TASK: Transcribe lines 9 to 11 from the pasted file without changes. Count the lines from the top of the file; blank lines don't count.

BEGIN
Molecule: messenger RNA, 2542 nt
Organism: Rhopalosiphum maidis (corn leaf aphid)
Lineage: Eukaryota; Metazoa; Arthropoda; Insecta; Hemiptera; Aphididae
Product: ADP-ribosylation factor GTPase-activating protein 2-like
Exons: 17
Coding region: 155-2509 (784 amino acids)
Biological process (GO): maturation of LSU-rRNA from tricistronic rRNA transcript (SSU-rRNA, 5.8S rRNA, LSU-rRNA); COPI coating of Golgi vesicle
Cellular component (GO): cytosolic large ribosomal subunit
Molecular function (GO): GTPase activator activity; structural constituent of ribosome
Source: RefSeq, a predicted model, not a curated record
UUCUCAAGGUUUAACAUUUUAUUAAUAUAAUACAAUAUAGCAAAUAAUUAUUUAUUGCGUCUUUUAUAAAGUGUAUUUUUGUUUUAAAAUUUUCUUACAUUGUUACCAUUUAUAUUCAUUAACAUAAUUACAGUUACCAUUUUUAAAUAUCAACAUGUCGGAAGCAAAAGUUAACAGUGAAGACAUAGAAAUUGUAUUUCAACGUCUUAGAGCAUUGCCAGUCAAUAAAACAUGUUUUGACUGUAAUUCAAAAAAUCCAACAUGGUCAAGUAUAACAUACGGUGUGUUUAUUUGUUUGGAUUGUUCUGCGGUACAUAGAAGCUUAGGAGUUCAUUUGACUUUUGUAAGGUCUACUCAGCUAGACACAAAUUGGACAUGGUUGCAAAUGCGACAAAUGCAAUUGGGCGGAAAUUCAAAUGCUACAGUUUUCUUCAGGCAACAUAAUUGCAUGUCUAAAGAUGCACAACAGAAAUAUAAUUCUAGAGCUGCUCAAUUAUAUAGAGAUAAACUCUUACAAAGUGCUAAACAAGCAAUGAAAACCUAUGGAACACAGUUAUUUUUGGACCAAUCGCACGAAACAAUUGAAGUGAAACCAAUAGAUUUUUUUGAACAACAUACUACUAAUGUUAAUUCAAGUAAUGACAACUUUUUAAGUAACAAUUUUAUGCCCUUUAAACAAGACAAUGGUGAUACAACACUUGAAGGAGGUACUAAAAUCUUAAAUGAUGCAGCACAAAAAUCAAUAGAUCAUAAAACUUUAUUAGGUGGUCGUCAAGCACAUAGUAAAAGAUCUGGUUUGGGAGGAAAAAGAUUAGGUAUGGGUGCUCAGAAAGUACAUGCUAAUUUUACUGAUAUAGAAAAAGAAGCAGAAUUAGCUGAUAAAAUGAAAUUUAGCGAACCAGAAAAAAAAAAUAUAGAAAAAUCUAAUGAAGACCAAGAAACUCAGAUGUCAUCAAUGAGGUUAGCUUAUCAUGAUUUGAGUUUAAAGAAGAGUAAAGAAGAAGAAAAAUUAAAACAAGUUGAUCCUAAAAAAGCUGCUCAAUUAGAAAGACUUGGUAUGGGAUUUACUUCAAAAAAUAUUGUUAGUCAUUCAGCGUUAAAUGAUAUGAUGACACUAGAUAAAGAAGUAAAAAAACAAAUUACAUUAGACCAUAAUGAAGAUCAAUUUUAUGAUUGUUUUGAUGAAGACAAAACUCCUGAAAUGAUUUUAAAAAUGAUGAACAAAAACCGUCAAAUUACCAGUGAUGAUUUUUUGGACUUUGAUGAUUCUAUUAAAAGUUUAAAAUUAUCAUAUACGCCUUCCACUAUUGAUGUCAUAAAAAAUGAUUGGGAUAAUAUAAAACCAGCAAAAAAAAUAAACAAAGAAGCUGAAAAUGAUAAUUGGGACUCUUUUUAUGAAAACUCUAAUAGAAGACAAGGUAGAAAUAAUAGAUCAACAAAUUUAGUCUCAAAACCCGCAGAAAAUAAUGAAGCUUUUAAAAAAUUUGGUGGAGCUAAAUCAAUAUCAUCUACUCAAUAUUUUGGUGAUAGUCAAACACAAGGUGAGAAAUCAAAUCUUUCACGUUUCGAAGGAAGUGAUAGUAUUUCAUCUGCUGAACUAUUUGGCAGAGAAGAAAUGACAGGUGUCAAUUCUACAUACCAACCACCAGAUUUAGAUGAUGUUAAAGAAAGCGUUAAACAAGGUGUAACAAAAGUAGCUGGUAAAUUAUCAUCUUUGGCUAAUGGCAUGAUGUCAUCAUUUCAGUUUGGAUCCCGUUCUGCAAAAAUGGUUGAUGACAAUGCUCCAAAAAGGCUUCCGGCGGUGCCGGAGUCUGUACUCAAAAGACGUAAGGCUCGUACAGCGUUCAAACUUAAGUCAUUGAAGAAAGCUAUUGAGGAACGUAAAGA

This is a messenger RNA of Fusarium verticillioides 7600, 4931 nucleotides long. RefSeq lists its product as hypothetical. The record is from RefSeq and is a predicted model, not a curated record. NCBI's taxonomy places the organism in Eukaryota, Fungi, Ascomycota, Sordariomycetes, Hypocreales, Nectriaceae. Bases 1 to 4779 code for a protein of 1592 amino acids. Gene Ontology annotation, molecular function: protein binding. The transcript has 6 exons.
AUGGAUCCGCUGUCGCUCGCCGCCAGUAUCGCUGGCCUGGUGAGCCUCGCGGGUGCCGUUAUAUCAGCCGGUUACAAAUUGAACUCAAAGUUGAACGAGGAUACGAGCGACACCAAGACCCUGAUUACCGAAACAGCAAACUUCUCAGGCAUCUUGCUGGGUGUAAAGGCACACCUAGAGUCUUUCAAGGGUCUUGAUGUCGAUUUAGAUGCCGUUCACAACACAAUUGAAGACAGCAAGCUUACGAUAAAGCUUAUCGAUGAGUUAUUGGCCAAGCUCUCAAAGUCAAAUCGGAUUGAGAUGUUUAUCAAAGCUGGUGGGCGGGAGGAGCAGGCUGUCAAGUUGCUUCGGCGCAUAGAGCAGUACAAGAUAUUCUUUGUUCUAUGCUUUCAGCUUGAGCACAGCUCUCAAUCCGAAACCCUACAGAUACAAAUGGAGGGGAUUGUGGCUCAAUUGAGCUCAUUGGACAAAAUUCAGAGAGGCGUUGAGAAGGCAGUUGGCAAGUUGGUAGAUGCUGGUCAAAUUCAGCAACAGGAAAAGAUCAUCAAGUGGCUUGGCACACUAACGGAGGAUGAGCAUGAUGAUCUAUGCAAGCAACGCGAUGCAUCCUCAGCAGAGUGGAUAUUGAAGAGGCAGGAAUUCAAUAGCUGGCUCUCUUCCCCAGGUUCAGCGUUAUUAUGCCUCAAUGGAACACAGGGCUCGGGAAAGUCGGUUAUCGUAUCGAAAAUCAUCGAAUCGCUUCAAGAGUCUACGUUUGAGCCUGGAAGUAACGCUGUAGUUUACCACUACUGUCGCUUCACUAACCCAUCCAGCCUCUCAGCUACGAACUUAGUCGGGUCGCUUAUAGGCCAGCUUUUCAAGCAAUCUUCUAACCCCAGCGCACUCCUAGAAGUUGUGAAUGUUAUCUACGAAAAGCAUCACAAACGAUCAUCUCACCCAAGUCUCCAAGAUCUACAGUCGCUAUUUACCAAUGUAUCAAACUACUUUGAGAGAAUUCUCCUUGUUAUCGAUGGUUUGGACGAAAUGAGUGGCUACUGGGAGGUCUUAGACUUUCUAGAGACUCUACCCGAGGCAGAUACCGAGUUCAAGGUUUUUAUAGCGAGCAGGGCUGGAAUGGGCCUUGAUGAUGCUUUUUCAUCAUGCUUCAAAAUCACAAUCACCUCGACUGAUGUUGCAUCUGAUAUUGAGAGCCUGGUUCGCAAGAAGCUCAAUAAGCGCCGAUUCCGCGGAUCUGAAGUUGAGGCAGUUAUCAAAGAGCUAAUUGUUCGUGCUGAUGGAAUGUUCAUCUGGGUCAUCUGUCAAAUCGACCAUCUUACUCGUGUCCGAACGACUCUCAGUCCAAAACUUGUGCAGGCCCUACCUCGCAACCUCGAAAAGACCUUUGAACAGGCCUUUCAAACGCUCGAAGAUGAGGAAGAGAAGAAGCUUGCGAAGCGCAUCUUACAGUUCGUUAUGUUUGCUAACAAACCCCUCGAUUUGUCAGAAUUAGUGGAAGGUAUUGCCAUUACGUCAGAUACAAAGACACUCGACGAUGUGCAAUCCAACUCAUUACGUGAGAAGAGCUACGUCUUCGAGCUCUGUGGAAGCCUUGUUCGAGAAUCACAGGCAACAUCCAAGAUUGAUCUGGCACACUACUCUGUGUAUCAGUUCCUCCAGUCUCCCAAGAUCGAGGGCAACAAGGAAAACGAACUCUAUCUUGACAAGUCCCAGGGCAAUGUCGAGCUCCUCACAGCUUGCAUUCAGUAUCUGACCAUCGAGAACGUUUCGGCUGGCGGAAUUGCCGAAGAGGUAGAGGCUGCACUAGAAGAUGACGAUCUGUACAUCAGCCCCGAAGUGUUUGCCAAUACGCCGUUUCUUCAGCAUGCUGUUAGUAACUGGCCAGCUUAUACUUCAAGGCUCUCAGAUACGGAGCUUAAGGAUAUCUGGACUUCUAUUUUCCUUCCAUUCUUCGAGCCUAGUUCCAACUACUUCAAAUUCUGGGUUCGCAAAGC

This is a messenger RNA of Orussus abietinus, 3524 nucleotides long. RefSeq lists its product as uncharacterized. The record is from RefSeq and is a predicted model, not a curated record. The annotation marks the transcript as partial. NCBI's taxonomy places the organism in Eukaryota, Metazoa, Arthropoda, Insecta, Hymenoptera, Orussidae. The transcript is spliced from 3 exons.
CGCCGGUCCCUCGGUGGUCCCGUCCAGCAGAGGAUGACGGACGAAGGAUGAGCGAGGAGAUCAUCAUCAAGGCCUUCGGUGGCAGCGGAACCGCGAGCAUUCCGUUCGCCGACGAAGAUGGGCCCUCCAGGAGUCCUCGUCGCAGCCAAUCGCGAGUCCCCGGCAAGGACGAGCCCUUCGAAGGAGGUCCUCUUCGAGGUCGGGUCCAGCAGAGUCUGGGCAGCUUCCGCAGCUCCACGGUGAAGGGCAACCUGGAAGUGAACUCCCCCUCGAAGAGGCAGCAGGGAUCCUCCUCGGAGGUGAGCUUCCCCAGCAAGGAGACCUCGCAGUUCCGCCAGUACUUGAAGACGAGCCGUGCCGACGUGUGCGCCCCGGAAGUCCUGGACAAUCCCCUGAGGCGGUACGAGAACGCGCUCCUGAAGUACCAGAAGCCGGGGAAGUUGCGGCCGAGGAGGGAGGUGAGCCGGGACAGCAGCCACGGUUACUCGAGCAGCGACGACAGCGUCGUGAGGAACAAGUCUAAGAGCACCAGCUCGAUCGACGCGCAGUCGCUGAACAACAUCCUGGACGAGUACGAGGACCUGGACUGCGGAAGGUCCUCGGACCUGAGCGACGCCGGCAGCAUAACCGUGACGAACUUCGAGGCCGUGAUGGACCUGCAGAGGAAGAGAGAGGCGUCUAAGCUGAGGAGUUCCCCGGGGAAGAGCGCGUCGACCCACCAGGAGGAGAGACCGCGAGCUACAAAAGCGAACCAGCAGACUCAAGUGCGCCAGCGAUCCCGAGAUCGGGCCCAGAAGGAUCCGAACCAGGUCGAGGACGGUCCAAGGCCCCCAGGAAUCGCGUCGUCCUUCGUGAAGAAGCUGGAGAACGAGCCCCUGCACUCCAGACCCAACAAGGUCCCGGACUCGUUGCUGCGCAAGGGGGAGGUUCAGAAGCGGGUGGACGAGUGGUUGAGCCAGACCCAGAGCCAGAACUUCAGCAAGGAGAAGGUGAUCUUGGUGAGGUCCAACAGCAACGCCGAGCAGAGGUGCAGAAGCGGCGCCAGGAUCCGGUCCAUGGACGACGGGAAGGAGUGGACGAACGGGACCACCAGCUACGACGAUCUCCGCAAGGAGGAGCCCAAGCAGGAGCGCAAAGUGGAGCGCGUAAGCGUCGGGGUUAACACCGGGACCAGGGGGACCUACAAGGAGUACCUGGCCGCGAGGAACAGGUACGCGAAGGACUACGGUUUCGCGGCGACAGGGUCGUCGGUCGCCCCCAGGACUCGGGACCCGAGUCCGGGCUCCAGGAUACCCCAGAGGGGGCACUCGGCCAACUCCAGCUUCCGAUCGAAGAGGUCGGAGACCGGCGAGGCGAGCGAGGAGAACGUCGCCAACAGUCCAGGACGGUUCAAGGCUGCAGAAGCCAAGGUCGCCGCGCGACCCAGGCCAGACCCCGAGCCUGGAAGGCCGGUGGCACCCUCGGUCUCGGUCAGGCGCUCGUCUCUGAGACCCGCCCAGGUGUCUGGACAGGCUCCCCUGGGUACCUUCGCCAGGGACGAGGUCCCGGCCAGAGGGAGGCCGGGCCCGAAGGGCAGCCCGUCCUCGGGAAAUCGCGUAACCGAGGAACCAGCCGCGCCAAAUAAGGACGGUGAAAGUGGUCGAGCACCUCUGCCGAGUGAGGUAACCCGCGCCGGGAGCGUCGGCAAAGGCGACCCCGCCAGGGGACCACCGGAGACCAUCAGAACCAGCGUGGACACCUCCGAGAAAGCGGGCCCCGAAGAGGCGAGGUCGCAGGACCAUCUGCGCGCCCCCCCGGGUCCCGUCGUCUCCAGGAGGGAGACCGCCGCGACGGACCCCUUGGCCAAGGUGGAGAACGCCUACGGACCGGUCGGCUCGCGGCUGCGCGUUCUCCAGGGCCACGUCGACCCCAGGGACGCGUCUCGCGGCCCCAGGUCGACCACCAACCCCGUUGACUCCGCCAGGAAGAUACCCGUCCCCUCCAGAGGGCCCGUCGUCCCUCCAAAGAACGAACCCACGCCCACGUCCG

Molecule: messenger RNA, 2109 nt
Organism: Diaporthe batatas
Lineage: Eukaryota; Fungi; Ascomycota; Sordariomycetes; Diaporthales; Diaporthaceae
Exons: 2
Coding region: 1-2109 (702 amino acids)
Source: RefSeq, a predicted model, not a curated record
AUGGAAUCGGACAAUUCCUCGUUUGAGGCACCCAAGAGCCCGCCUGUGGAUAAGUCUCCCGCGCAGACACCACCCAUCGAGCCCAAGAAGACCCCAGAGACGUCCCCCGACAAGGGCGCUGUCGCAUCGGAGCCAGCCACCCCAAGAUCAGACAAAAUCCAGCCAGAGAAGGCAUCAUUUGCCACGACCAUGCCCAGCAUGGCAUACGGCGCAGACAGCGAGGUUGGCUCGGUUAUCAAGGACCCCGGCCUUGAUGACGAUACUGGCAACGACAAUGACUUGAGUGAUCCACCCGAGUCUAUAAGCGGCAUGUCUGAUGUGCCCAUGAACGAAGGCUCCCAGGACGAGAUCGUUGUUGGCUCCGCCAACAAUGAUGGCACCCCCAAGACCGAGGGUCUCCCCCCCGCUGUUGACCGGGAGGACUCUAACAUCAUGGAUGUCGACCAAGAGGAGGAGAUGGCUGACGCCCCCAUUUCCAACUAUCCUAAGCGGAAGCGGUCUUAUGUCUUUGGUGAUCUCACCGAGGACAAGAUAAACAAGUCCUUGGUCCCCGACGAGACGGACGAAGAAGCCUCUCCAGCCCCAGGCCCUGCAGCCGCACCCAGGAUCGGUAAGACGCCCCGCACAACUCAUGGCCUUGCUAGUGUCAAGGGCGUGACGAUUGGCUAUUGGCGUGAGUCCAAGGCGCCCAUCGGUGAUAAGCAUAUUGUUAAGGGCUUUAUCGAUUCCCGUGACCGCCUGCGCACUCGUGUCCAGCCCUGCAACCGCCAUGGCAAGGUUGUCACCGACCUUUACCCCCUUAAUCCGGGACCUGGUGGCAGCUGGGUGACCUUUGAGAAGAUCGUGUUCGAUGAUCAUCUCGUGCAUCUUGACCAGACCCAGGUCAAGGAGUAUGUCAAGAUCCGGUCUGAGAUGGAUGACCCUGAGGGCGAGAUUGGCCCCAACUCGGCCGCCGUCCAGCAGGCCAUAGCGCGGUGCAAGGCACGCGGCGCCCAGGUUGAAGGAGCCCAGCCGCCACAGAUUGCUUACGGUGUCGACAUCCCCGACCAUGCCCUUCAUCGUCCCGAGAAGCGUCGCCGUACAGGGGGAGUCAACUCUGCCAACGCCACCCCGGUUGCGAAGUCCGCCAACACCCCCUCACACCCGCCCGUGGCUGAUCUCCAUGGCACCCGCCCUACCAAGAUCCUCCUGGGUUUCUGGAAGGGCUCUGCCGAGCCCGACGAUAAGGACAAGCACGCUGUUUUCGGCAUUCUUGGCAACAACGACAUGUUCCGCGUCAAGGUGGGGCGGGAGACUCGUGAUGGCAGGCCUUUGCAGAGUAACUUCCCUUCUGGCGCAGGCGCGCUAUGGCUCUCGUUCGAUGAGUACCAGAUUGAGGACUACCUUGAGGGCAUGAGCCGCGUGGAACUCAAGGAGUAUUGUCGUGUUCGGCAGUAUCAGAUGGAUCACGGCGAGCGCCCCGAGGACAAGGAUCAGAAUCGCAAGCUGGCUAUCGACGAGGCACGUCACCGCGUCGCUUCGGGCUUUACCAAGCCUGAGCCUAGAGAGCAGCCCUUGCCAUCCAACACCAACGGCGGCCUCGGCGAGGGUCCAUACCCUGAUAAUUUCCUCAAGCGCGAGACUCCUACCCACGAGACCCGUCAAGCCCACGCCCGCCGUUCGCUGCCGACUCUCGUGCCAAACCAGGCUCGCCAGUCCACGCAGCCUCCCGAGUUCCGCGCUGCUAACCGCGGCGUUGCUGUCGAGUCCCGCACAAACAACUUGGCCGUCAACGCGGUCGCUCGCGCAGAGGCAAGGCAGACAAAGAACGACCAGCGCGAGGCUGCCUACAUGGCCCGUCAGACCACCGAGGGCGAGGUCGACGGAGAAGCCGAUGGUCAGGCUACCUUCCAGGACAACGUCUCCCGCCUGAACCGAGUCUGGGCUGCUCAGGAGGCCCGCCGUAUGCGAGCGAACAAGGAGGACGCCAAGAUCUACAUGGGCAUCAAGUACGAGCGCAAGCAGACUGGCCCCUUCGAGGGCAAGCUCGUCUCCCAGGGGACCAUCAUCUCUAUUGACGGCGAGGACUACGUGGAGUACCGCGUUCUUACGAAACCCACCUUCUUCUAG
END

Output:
Molecular function (GO): GTPase activator activity; structural constituent of ribosome
Source: RefSeq, a predicted model, not a curated record
UUCUCAAGGUUUAACAUUUUAUUAAUAUAAUACAAUAUAGCAAAUAAUUAUUUAUUGCGUCUUUUAUAAAGUGUAUUUUUGUUUUAAAAUUUUCUUACAUUGUUACCAUUUAUAUUCAUUAACAUAAUUACAGUUACCAUUUUUAAAUAUCAACAUGUCGGAAGCAAAAGUUAACAGUGAAGACAUAGAAAUUGUAUUUCAACGUCUUAGAGCAUUGCCAGUCAAUAAAACAUGUUUUGACUGUAAUUCAAAAAAUCCAACAUGGUCAAGUAUAACAUACGGUGUGUUUAUUUGUUUGGAUUGUUCUGCGGUACAUAGAAGCUUAGGAGUUCAUUUGACUUUUGUAAGGUCUACUCAGCUAGACACAAAUUGGACAUGGUUGCAAAUGCGACAAAUGCAAUUGGGCGGAAAUUCAAAUGCUACAGUUUUCUUCAGGCAACAUAAUUGCAUGUCUAAAGAUGCACAACAGAAAUAUAAUUCUAGAGCUGCUCAAUUAUAUAGAGAUAAACUCUUACAAAGUGCUAAACAAGCAAUGAAAACCUAUGGAACACAGUUAUUUUUGGACCAAUCGCACGAAACAAUUGAAGUGAAACCAAUAGAUUUUUUUGAACAACAUACUACUAAUGUUAAUUCAAGUAAUGACAACUUUUUAAGUAACAAUUUUAUGCCCUUUAAACAAGACAAUGGUGAUACAACACUUGAAGGAGGUACUAAAAUCUUAAAUGAUGCAGCACAAAAAUCAAUAGAUCAUAAAACUUUAUUAGGUGGUCGUCAAGCACAUAGUAAAAGAUCUGGUUUGGGAGGAAAAAGAUUAGGUAUGGGUGCUCAGAAAGUACAUGCUAAUUUUACUGAUAUAGAAAAAGAAGCAGAAUUAGCUGAUAAAAUGAAAUUUAGCGAACCAGAAAAAAAAAAUAUAGAAAAAUCUAAUGAAGACCAAGAAACUCAGAUGUCAUCAAUGAGGUUAGCUUAUCAUGAUUUGAGUUUAAAGAAGAGUAAAGAAGAAGAAAAAUUAAAACAAGUUGAUCCUAAAAAAGCUGCUCAAUUAGAAAGACUUGGUAUGGGAUUUACUUCAAAAAAUAUUGUUAGUCAUUCAGCGUUAAAUGAUAUGAUGACACUAGAUAAAGAAGUAAAAAAACAAAUUACAUUAGACCAUAAUGAAGAUCAAUUUUAUGAUUGUUUUGAUGAAGACAAAACUCCUGAAAUGAUUUUAAAAAUGAUGAACAAAAACCGUCAAAUUACCAGUGAUGAUUUUUUGGACUUUGAUGAUUCUAUUAAAAGUUUAAAAUUAUCAUAUACGCCUUCCACUAUUGAUGUCAUAAAAAAUGAUUGGGAUAAUAUAAAACCAGCAAAAAAAAUAAACAAAGAAGCUGAAAAUGAUAAUUGGGACUCUUUUUAUGAAAACUCUAAUAGAAGACAAGGUAGAAAUAAUAGAUCAACAAAUUUAGUCUCAAAACCCGCAGAAAAUAAUGAAGCUUUUAAAAAAUUUGGUGGAGCUAAAUCAAUAUCAUCUACUCAAUAUUUUGGUGAUAGUCAAACACAAGGUGAGAAAUCAAAUCUUUCACGUUUCGAAGGAAGUGAUAGUAUUUCAUCUGCUGAACUAUUUGGCAGAGAAGAAAUGACAGGUGUCAAUUCUACAUACCAACCACCAGAUUUAGAUGAUGUUAAAGAAAGCGUUAAACAAGGUGUAACAAAAGUAGCUGGUAAAUUAUCAUCUUUGGCUAAUGGCAUGAUGUCAUCAUUUCAGUUUGGAUCCCGUUCUGCAAAAAUGGUUGAUGACAAUGCUCCAAAAAGGCUUCCGGCGGUGCCGGAGUCUGUACUCAAAAGACGUAAGGCUCGUACAGCGUUCAAACUUAAGUCAUUGAAGAAAGCUAUUGAGGAACGUAAAGA